MartyHouleDuchesneEtAl2019

Référence

Marty, C., Houle, D., Duchesne, L., Gagnon, C. (2019) Evidence of secondary sulfate production in the mineral soil of a temperate forested catchment in southern Québec, Canada. Applied Geochemistry, 100:279-286. (Scopus )

Résumé

The analysis of sulfate stable isotope ratios (δ 18 O-SO 4 and δ 34 S-SO 4 ) in different hydrological compartments of forested catchments has revealed the major role of the humus layer in recycling atmospherically derived sulfur (S). The contribution of the mineral soil to S recycling is still uncertain and may vary among forest types. Here, seasonal variations in SO 4 concentration, δ 18 O-SO 4 and δ 34 S-SO 4 were investigated over a period of two and a half years in precipitation and at various depths in the soil solutions in a temperate forest catchment dominated by sugar maple in southern Québec, Canada. δ 18 O-SO 4 declined from precipitation (11.8‰) to the humus solution (4.8‰) and to the soil solution beneath the upper B-horizon (1.2‰). No decline was observed below the upper B-horizon. This decline from precipitation to the humus layer reflected a production of secondary sulfate through chemical oxidation of SO 2 in the canopy, while the decline in the soil resulted from microbial mineralization of organic S. In contrast with findings at other boreal and temperate forest sites, lower δ 18 O-SO 4 in the upper mineral soil than in the humus layer was indicative of microbial transformations of S not only in the humus layer but also deeper in the upper part of the mineral soil. Significant seasonal variations were found for δ 18 O-SO 4 in precipitation and in soil solutions beneath the humus and the top mineral horizon, reflecting the influence of both hydrological and microbiological factors. Higher δ 18 O-SO 4 in the soil solution in fall than in spring and summer resulted from the release of primary sulfate from snow cover in early spring, which was subsequently recycled by soil microorganisms during the growth season, resulting in a higher proportion of secondary sulfate in fall than in spring and summer. © 2018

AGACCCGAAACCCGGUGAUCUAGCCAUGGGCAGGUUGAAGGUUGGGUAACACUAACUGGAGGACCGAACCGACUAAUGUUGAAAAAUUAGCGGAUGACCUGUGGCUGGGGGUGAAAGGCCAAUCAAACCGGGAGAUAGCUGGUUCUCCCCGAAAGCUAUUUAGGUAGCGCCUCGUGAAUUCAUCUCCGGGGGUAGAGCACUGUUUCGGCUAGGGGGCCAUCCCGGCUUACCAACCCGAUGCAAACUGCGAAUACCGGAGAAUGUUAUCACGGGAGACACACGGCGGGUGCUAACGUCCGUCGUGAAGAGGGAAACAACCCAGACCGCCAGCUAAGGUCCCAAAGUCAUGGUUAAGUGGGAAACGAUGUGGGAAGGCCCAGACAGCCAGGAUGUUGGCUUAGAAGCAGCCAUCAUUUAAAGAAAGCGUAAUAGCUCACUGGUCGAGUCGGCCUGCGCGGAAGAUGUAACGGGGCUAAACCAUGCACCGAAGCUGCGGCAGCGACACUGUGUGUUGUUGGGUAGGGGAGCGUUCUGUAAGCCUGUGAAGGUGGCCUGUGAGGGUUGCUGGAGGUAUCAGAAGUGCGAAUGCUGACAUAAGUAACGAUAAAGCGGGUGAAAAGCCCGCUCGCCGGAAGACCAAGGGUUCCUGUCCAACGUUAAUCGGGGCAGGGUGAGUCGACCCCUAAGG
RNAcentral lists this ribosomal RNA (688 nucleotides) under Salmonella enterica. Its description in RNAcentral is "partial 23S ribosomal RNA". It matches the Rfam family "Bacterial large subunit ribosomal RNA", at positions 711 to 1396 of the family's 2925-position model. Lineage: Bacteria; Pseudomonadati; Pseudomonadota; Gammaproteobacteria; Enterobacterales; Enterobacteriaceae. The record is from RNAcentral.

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@ARTICLE { MartyHouleDuchesneEtAl2019,
    AUTHOR = { Marty, C. and Houle, D. and Duchesne, L. and Gagnon, C. },
    TITLE = { Evidence of secondary sulfate production in the mineral soil of a temperate forested catchment in southern Québec, Canada },
    JOURNAL = { Applied Geochemistry },
    YEAR = { 2019 },
    VOLUME = { 100 },
    PAGES = { 279-286 },
    NOTE = { cited By 0 },
    ABSTRACT = { The analysis of sulfate stable isotope ratios (δ 18 O-SO 4 and δ 34 S-SO 4 ) in different hydrological compartments of forested catchments has revealed the major role of the humus layer in recycling atmospherically derived sulfur (S). The contribution of the mineral soil to S recycling is still uncertain and may vary among forest types. Here, seasonal variations in SO 4 concentration, δ 18 O-SO 4 and δ 34 S-SO 4 were investigated over a period of two and a half years in precipitation and at various depths in the soil solutions in a temperate forest catchment dominated by sugar maple in southern Québec, Canada. δ 18 O-SO 4 declined from precipitation (11.8‰) to the humus solution (4.8‰) and to the soil solution beneath the upper B-horizon (1.2‰). No decline was observed below the upper B-horizon. This decline from precipitation to the humus layer reflected a production of secondary sulfate through chemical oxidation of SO 2 in the canopy, while the decline in the soil resulted from microbial mineralization of organic S. In contrast with findings at other boreal and temperate forest sites, lower δ 18 O-SO 4 in the upper mineral soil than in the humus layer was indicative of microbial transformations of S not only in the humus layer but also deeper in the upper part of the mineral soil. Significant seasonal variations were found for δ 18 O-SO 4 in precipitation and in soil solutions beneath the humus and the top mineral horizon, reflecting the influence of both hydrological and microbiological factors. Higher δ 18 O-SO 4 in the soil solution in fall than in spring and summer resulted from the release of primary sulfate from snow cover in early spring, which was subsequently recycled by soil microorganisms during the growth season, resulting in a higher proportion of secondary sulfate in fall than in spring and summer. © 2018 },
    AFFILIATION = { Science and Technology Branch, Environment and Climate Change Canada, 105 McGill St., Montréal, QC H2Y 2E7, Canada; Direction de la Recherche Forestière, Ministère des Forêts, de la Faune et des Parcs du Québec, 2700 EinsteinQuébec QC G1P 3W8, Canada },
    AUTHOR_KEYWORDS = { S deposition; Stable isotopes; Sulfate; Temperate forests; δ 18 O-SO 4; δ 34 S-SO 4 },
    DOCUMENT_TYPE = { Article },
    DOI = { 10.1016/j.apgeochem.2018.12.006 },
    SOURCE = { Scopus },
    URL = { https://www.scopus.com/inward/record.uri?eid=2-s2.0-85058111654&doi=10.1016%2fj.apgeochem.2018.12.006&partnerID=40&md5=3355e2e0e1875981444399e11fed8569 },
}

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